A Brief Tale of Two Neos: Neoconservatism and Neoliberalism

A Neoconservative with Trotskyism characteristics

What is neoconservatism? If you were to ask anyone today, the pop culture view of neoconservatism would probably be a bunch of war hawks who want to use force as the first choice, and people in favour of the Iraq War. But this is a major misunderstanding of a movement that existed long before its most recent adherents decided to go in a completely different direction in terms of its focus on foreign policy. People tend to forget Irving Kristol was a realist in terms of his foreign policy, not a interventionist, and yet he is understood as the father of neoconservatism as a intellectual movement. The intellectual movement of neoconservatism, or as Irving Kristol put it, the neoconservative persuasion, began long before the Iraq War ever took place, and some of the ideas that modern pop culture associate with the movement are completely divergent with the actual origin of the movement.

What are the major points of contention between neoconservatives and neoliberals?

While both movements are in favour of capitalism, neoconservatives tend to be a little bit more skeptical of the effects of capitalism and markets. This is where Irving Kristol’s idea of “2 Cheers for Capitalism” comes in: neoconservatives respect the power of the market to deliver results while allowing individual freedom. However, neoconservatives also recognize that unencumbered markets may lead to a social burden on society; capitalism and markets have a way of breaking down traditions, whether they be good or bad. Neoliberals, in comparison, are more likely to not have the same skepticism about the potential social unrest caused by capitalism; some may also believe that even if the social unrest is an issue, this is an economic problem that can be solved via redistributive measures by the state. Neocons are likely to be skeptical of this, as while they may not be opposed to all welfare as some libertarians may be, they are skeptical of grand programs that attempt to enact a social order from the top down.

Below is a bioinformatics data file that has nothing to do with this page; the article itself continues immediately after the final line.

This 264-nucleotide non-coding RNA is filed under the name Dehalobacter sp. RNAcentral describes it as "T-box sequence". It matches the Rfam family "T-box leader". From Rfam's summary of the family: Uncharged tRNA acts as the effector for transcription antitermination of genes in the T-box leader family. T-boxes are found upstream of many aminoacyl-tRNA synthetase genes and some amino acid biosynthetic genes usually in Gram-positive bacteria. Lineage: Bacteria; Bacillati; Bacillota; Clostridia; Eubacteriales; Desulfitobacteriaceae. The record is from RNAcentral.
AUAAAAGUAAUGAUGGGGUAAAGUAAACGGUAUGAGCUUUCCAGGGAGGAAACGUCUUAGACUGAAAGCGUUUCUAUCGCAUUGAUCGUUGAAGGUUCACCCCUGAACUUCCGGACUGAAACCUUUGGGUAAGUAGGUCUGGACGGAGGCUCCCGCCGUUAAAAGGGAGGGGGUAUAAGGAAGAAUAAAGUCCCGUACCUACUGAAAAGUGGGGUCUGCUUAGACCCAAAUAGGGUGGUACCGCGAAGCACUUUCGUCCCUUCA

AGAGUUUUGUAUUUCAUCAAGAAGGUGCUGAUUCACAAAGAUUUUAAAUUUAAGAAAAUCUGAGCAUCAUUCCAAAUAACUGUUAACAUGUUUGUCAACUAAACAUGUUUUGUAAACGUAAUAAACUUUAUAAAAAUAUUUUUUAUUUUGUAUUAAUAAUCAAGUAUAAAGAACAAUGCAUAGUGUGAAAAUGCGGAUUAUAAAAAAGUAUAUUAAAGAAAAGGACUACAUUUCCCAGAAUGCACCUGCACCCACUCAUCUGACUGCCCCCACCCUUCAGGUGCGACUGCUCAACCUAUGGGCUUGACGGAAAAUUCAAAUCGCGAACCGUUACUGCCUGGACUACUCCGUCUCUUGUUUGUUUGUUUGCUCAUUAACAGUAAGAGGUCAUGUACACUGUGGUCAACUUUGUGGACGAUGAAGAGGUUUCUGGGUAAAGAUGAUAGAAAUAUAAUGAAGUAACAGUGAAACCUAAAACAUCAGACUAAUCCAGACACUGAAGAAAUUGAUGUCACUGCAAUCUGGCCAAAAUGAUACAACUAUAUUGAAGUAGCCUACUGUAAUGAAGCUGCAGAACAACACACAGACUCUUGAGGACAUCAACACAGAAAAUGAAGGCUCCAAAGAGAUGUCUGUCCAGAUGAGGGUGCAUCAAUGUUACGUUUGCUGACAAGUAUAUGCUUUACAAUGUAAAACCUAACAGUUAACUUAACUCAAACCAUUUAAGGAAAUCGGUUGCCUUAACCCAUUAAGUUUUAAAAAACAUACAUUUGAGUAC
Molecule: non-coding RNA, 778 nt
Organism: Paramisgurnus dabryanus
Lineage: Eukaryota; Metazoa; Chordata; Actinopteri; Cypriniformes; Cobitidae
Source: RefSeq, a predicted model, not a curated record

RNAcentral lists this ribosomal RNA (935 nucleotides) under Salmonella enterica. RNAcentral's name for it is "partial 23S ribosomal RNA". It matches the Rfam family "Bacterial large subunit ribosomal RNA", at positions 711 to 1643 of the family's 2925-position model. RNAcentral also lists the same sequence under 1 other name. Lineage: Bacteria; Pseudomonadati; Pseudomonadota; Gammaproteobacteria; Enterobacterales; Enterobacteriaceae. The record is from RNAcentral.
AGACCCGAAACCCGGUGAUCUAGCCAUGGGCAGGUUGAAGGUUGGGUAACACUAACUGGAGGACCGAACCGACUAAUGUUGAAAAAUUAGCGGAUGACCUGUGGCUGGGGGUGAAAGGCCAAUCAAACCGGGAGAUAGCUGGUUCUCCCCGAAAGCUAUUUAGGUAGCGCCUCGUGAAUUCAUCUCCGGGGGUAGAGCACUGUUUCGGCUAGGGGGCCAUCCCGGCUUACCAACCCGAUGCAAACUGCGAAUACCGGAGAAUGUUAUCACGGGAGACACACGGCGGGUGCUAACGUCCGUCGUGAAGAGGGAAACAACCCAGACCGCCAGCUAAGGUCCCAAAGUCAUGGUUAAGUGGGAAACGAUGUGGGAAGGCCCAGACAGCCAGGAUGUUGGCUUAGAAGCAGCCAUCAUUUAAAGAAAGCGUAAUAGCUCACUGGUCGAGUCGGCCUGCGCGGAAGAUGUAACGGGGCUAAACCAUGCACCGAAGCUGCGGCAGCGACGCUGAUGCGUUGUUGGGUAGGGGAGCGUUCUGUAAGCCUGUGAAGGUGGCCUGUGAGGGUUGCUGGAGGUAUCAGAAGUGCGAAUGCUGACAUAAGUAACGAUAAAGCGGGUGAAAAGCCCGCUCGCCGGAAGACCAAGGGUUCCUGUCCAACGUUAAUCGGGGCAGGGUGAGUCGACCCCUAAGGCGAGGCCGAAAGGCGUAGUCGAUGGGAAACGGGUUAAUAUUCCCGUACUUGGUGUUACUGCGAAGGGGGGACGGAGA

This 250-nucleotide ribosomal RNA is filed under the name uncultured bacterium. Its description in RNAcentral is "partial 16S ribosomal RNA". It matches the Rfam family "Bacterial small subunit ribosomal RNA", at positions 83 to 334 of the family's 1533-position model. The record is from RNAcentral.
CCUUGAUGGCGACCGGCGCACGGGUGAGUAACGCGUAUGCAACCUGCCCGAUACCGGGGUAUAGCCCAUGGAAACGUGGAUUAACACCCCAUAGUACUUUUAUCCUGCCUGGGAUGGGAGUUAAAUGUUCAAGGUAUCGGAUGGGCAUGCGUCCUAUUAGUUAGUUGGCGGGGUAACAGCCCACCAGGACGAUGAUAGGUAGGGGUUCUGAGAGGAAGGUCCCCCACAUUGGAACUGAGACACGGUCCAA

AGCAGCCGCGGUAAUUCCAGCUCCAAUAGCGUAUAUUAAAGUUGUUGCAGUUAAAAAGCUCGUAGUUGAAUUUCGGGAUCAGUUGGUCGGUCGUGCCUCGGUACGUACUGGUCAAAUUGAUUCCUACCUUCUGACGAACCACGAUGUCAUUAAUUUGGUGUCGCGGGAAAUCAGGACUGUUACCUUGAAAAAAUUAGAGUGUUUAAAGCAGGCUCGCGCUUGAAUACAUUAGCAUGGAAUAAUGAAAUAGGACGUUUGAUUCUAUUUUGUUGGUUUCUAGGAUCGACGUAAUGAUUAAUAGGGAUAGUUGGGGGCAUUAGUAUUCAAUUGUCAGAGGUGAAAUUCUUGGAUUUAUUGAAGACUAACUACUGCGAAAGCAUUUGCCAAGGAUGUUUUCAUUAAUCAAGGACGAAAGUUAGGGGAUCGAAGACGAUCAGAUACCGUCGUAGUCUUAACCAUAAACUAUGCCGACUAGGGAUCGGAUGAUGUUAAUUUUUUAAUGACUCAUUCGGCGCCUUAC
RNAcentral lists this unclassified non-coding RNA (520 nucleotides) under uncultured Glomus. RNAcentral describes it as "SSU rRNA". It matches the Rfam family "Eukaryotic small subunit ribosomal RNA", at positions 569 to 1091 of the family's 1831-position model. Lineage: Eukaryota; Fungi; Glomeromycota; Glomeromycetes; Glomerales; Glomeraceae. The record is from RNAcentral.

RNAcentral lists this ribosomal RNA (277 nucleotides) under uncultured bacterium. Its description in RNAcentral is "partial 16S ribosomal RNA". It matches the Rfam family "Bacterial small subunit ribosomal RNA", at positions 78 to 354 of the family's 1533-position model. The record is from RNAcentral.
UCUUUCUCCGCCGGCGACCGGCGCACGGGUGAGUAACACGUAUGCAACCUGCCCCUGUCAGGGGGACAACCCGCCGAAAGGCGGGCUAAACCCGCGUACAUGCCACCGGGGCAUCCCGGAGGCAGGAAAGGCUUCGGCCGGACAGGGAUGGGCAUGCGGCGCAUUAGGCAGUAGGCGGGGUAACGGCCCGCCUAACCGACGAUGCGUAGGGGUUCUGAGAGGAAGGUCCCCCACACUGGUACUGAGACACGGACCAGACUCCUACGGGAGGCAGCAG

Neoconservatives are also fine with the existence of budget deficits (although they would rather that they not be necessary), but if the deficits lead to economic growth in the long run, it is a compromise that they’re willing to make. As neoliberalism is a wide-tent movement, there are varying opinions on the role of the state, deficits, and budgets, unlike the neoconservatives. Some neoliberals may be fine with the existence of a large deficit; some may be deficit hawks who would want that deficit made smaller or non-existent.

When it comes to the provision of welfare by the state, neoconservatives would like to decrease the concentration of services by the State; however, they do not believe, as Hayek thought, that the state is on the path of putting its citizens on “The Road to Serfdom”. Again, as neoliberalism is a wide-tent movement, the right-neoliberals and left-neoliberals may agree or disagree in parts with the neoconservative view described here. Right-neoliberals may think that Hayek was in fact correct, and that we are on the Road to Serfdom, thanks to the expansion of government power. Left-neoliberals may want more welfare then neoconservatives are willing to allow.